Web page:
Iraqi youth are working to encourage voting as elections promised to curb anti-government protests draw nearer.
On October 10 Iraqis will cast their votes to choose between nearly 3,300 candidates for 328 parliamentary seats.
There are about 24 million registered voters eligible to take part in the upcoming ballot. Of these, 2.6 million are young voters between 18 and 20 years old, according to the Independent High Electoral Commission Iraq (IHEC), the official body that oversees polls.
Many young voters believe their vote will present a new vision for the battered country.
"Our last chance to save the country is with these elections," Yasir Kamal, 19, a first-year law student, told The National.
Mr Kamal has been using the social media platform Instagram to motivate his friends to renew their biometric voting cards so their voice can be counted.
The anti-government protests that began in late 2019 were sparked by the public’s anger over widespread corruption, high levels of unemployment, the deterioration of security and stability and lack of basic services, such as water and electricity.
These pressures led to the resignation of former prime minister Adel Abdul Mahdi in December 2019.
Mustafa Al Kadhimi, who assumed the post in May 2020, vowed to hold early elections as part of his reform programme. He is seeking to appease protesters who rose up in Baghdad and Iraq's south.
Mr Kamal participated in the protest movement in Baghdad, which gave him a wider understanding of the country’s political scene.
"The protests opened my eyes to the politics in this country,” he said.
"We went out to overthrow the government, but we lost hope quickly," he said.
Fatima Mohammed, 18, a high school pupil from Baghdad, said she wants to vote to be heard.
"I would like to vote, but people around me are not taking me seriously,” she told The National.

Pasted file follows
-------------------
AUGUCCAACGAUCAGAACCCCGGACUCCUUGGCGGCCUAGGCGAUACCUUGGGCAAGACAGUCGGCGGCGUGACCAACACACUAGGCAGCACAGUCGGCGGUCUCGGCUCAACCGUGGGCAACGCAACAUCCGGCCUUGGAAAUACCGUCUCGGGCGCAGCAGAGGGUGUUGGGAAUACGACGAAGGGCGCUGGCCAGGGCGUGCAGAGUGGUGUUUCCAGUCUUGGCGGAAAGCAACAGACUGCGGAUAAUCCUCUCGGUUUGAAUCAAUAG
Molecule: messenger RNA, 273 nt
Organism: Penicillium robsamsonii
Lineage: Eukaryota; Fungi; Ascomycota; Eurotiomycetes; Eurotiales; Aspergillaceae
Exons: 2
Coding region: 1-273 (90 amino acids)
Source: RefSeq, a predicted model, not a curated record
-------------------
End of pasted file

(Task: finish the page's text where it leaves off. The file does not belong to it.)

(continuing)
"When I asked my dad to drive me to obtain my voting card, he said he'd lost hope in the political system,” she said.
Schools were one of the primary places where young voters were given a chance to register to vote, but the Covid-19 pandemic closed many schools, presenting young voters with a challenge to participate.
IHEC has installed more than 1,000 mobile teams that have gone go door to door to register voters in their home; some new voters have been left behind.
The 2018 elections featured a record low turnout with just 44 per cent of eligible voters casting ballots. The results were widely contested.
This time around, Mr Al Kadhimi's government has requested UN monitoring on election day.
In recent months, the UN special envoy to Iraq, Jeanine Hennis-Plasschaert, urged Iraqis, especially the under-25s who make up 60 per cent of the population, to vote and warned against boycotting the election.
The elections are also being held under a reformed electoral law that divides Iraq into 83 constituencies, instead of 18, which theoretically allows more independents to participate.
For Hassan Mustafa, 21, a medical student from Baghdad University, the elections are the last resort to deliver major changes in his country’s political sphere.
“We only have hope, I’m rooting for a bigger voter turnout this year, it’s the only way we can create some solid changes,” Mr Mustafa told The National.
He said that although many people have lost faith that elections can bring about positive results he has seen a push by the younger generation to voice their demands.
“This time around and since the protest movement began the youth are pushing for major changes, many believe it could happen."
"We have to start believing,” he said.
The Iraqi medical student urged his contemporaries to vote because he believes that boycotting the ballot will not create any radical changes.